Archive for July, 2009


Mourning Neda

Today is the fortieth day since the death of Neda Agha-Soltan, a citizen of Iran shot by the state while at a protest over the disputed presidential election. In Shi’ite Muslim tradition, the third, seventh, and fortieth days after someone’s death are especially important parts of the mourning cycle, when the deceased is publicly remembered.

Neda has become a symbol of freedom, of martyrdom, of all sorts of things, but in honour of this fortieth day, I’d like to take a minute to think about her as Neda, a twenty-seven year old with a fiance and two siblings, who was hoping to become a Persian pop singer.

Her death has meaning, but her life had meaning too.

Rest in peace, Neda.


Wimbeldon Sells Out for Sex Appeal

If you pay attention to sports, particularly tennis, you might have noticed an odd phenomenon occurring at this year’s Wimbeldon. Some of the best-ranked players (ex. the Williams sisters) were playing on the lesser courts, while relative unknowns played on the centre court. What gives?

…the All England Club admitted that physical attractiveness is taken into consideration.

Spokesman Johnny Perkins said: ‘Good looks are a factor.’

Johnny Perkins said court selection is ‘a great big mixture of where the players are in the draw, who they’re playing, what their ranking is’.

But at the end of the day, box-office appeal has to be taken into consideration.

‘It’s not a coincidence that those (on Centre Court) are attractive.’

Ah. It doesn’t matter how great a tennis player you are, if the All England Club decides you aren’t “pretty” or “hot” enough.

Thankfully, male sports writers have stepped up to the bat to decry this cheap sexism.

From ESPN’s LZ Granderson:

Yes, it’s sexist.

Great! We’re all on the same page.

“Anyway, if putting the athletic equivalent of [Britney] Spears on TV can help draw in fans, increase ratings and thus make the Women’s Tennis Association more money, by all means, go for it. Doing so might hurt some of the players’ feelings, but it’s not undermining the integrity of the sport.”

Wait, what?

As long as the players themselves respect the game and carry themselves as professional athletes and not sex kittens, I don’t see the harm. Some critics say it sends the wrong message to young girls — namely, you have to be pretty to be noticed. I say it sends several messages to young girls — one being that you don’t have to be some man’s trophy just because you’re pretty. That you can be strong, smart, competitive and pretty.” (emphasis mine)

Dude, how does that even work? How can you respect the game when you know it’s your looks and not your skill that’s bringing you the attention? When you’re treating looks as the main factor, skill will always have second place. And when you relegate Serena Williams to a side court, you are telling young girls very clearly that no matter how hard they work, if they are not judged to be “hot” by a bunch of men they will always be less than someone who is. (And I’m choosing right now not to address a recent column by Jason Whitlock on Serena Williams where he insults her ability to play while insulting her looks, because clearly to him they are one and the same.)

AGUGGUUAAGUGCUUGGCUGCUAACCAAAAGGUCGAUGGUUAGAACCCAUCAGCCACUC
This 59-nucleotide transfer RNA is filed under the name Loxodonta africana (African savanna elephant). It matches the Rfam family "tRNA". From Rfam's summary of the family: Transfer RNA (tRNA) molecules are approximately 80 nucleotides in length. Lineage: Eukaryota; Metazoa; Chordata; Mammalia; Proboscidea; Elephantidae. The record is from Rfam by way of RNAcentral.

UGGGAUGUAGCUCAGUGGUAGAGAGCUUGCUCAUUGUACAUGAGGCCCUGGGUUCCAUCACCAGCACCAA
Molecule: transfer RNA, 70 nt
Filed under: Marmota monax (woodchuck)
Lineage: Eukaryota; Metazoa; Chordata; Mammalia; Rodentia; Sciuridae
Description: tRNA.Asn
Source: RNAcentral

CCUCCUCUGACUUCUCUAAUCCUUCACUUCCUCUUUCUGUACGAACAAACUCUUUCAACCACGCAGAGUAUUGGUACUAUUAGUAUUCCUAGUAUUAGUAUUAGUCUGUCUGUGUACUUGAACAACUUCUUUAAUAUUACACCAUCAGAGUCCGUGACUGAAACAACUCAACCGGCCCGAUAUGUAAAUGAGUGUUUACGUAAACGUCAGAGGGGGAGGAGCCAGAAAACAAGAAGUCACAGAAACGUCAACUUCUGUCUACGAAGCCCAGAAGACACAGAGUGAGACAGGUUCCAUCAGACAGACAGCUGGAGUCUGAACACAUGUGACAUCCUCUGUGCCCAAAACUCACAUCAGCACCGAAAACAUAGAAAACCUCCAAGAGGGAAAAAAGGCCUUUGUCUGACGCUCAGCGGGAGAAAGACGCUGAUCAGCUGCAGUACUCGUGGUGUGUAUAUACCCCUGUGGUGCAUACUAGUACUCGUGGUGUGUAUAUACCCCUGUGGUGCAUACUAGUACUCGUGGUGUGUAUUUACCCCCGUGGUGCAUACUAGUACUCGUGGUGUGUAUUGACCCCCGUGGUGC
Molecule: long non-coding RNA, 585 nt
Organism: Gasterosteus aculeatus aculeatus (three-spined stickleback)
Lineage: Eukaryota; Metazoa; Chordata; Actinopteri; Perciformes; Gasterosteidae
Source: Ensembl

And the ‘sex sells’ argument being made to justify this decision? How come it’s almost always used to objectify women for the benefit of heterosexual men?

Women make up 1/2 the population, but, as a Guerilla Girls ad might say, are almost always the ones being exploited for ‘sex sells’-based advertising.

And in tennis, at least, it’s not even attracting men.

Dr. Mary Jo Kane, sports sociologist from the University of Minnesota, specializes in gender and sport for women and undertook a far-reaching study of images of women athletes putting their bodies on display for a wide-ranging focus group of both men and women. Kane found a very basic truth: sex may sell airport frat-porn like Maxim magazine, but it doesn’t sell women’s sports.

Kane believes these images “alienate the core of the fan base that’s already there. Women, age 18 to 55, are offended by these images. And older males, fathers with daughters, taking their daughters to sporting events to see their favorite female athletes, are deeply offended by these images.”

We need to recognize that “sex sells” really translates to “we are more interested in exploiting and objectifying women (as well as in typifying a certain “type” of attractiveness) in order to attract our idea of heterosexual men to our product than we are in advertising or selling to gay men, straight women, or lesbian women (most of the time, anyway, because I really can’t imagine they find penis imagery that much of a selling point).”

And that? That right there? The idea that the most important thing in any context, whether it’s an ad for a product that men and women use, or a movie, or a sports tournament is whether or not the women will appear ‘sexy’ or ‘fuckable’ to an abstracted heteronormative male? That is the fucking male gaze. And it’s making women’s tennis not about women or for women.